Children have been stuck at home due to Covid-19 and with schools closed as well, they are able to interact with their peers only online. Here are 4 ways to help children tackle virtual living.
We know it's tough—keeping kids busy or happy or both in the current Covid-19 scenario. With schools closed for months, children are stuck at home and are unable to go out to play as well. Online schooling and digital entertainment assist a bit but endless screen time isn't preferred either.
The world has come to a collective standstill and days are slower than before. You are managing chores, work, sanitisation, parenting, and a gazillion other responsibilities.
The good part is, you care about your role as a parent, and that's why you are here. Half the battle is won. We truly understand your hesitations and helplessness to cope up with good parenting.
The importance of having a plan or structure in the household even amidst the precariousness cannot be debated. Here are 4 ways to help children cope with virtual living that will help you run the house smoothly and keep tantrums at bay.
1. Digital schooling and learning
Schools have been given the pass to reopen but only for a certain number of hours and the details are being decided by the state governments. It may seem that you don't have a huge role to play here, however, the child's immediate environment in a virtual learning setup is essential. It will help to have a schooling routine and a comfortable space for starters.
Also, digital schooling doesn't mean all the learning stops there. Deep diving and getting lost in books is a great stress buster, according to experts. You can read to your children, get them audiobooks, or hire a virtual storyteller (who can do the job for you). If your kids are avid readers, take it up a notch and help them write daily as a ritual.
There are also varied learning resources on Youtube and education-tech platforms. It's important to give children the flexibility in their learning choices, interests, and mediums.
Given that we have so much time in our hands, picking up new languages through apps like Duolingo and others is also a great way to bond with your family. Encourage your child to take up introductory lessons in your mother tongue, a vernacular, or foreign language.
2. Physical activity and exercising
This is a no-brainer. We all need to stay fit and build immunity irrespective of our age. This is challenging because parents and children are spending more time in front of screens than ever before.
We urge you to take a step back and re-assess your child's fitness needs. Get into the exercise mode through pushups, sit-ups, indoor catch, and hopscotch among others.
You could also opt for dance-along videos, yoga, or an interactive tennis video game to get that adrenaline pumping.
Motivate your little ones to participate in household chores that can act as a complementary exercise. Again, each child is unique, so chalk out different fitness routines that suit your offspring.
Doing such activities together is key because it helps in the development of their motor functions and builds the parent-child bond.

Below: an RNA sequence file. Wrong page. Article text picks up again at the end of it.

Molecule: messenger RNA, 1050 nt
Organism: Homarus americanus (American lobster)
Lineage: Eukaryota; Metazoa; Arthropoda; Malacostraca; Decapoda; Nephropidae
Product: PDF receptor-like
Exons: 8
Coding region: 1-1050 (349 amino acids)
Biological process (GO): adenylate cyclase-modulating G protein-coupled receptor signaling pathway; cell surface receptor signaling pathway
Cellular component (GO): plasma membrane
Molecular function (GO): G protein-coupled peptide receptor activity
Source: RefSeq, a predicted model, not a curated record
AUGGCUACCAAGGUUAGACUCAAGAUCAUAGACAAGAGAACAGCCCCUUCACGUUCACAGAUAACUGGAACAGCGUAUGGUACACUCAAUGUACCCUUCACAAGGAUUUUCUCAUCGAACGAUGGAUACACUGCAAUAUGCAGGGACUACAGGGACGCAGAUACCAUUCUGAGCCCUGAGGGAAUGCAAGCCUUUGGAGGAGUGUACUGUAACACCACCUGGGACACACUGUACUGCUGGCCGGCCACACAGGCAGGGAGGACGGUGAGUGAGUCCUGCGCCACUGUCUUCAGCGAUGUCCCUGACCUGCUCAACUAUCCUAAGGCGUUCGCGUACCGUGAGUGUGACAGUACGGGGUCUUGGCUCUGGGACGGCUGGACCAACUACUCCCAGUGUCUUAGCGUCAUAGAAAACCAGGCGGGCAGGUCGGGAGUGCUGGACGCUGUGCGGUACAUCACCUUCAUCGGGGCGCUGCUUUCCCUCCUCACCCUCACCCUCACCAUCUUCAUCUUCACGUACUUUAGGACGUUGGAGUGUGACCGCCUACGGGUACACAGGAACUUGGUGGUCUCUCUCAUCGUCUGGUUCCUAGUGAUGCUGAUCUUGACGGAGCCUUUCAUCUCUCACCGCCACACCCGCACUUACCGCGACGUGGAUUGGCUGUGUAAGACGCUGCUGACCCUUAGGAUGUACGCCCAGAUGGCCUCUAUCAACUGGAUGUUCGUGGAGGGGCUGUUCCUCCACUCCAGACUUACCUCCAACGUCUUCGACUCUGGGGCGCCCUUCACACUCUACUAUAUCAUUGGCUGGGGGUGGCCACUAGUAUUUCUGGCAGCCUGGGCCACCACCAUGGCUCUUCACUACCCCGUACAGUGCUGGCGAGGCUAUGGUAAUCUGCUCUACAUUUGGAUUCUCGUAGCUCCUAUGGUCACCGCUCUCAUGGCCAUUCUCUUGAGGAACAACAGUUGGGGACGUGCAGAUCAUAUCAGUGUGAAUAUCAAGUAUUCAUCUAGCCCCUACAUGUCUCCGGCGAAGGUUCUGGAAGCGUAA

3. Mental wellness and positive discipline
Even when uncertainty-led-anxiety is at a peak high, it's important as parents to maintain calm and instil a sense of wellness in the children. This is easier than done.
A digital recess or limiting screen time, for all members of the household, is the first step to a mentally-sound family. Remember, we pass on our energies to our immediate inhabitants, so your positivity as a parent is contagious.
This one is as basic as it gets—address any queries that your little ones may have surrounding the pandemic. They are curious and answering their questions honestly, will help them understand certain rules like hand-wishing and social distancing better.
Lastly, it seems like all of us are unduly punished right now. Your child must be feeling the same or even worse. Therefore, choose positive discipline tools even when children make mistakes. Reward them for good behaviours, encourage creative ways of expression, and physical punishment is a strict no.
4. Communication and support
Communication is an understated tool when dealing with a crisis. Having open conversations with your children and enabling free-flowing discussions can serve as a stress outlet for your children, according to UNICEF guidelines.
This means you acknowledge their fears, listen patiently, empathise, and offer support.
Take small steps to address any issues, invite them to talk, and gauge how much awareness they already have about the Covid-19 pandemic.
Connecting with distant relatives over video calls will also help the child feel loved. As a parent, don't hesitate to get in touch with fellow-parents because, believe it or not, they are sailing in the same boat.
Most importantly, emit hope about the future to your kids. Let them know that scientists are working towards a vaccine, and eventually, things will get better. Feel free to use non-verbal communication like hugs, kisses, and winks to offer solace to the worried little hearts.
While prioritising your children is crucial, remember to take good care of yourself too. This could look like eating healthy, getting enough sleep, exercising, and taking breaks to decompress.
Juggle your responsibility if it's a two-parent household and take turns watching the children. Caregivers need to look inwards before looking outward, which often means breathing and rejuvenating as a practice.
Finally, don't get too lost in all the planning and structuring. Things might not go accordingly, so problem-solve together and have some fun while you do it.
Organise movie nights, board games, or a hike (if possible) to get some downtime as a family. Remember that these strategies will take time and patience before they reap results, and that means you're learning to parent well.
This article first appeared in India Today, here is the link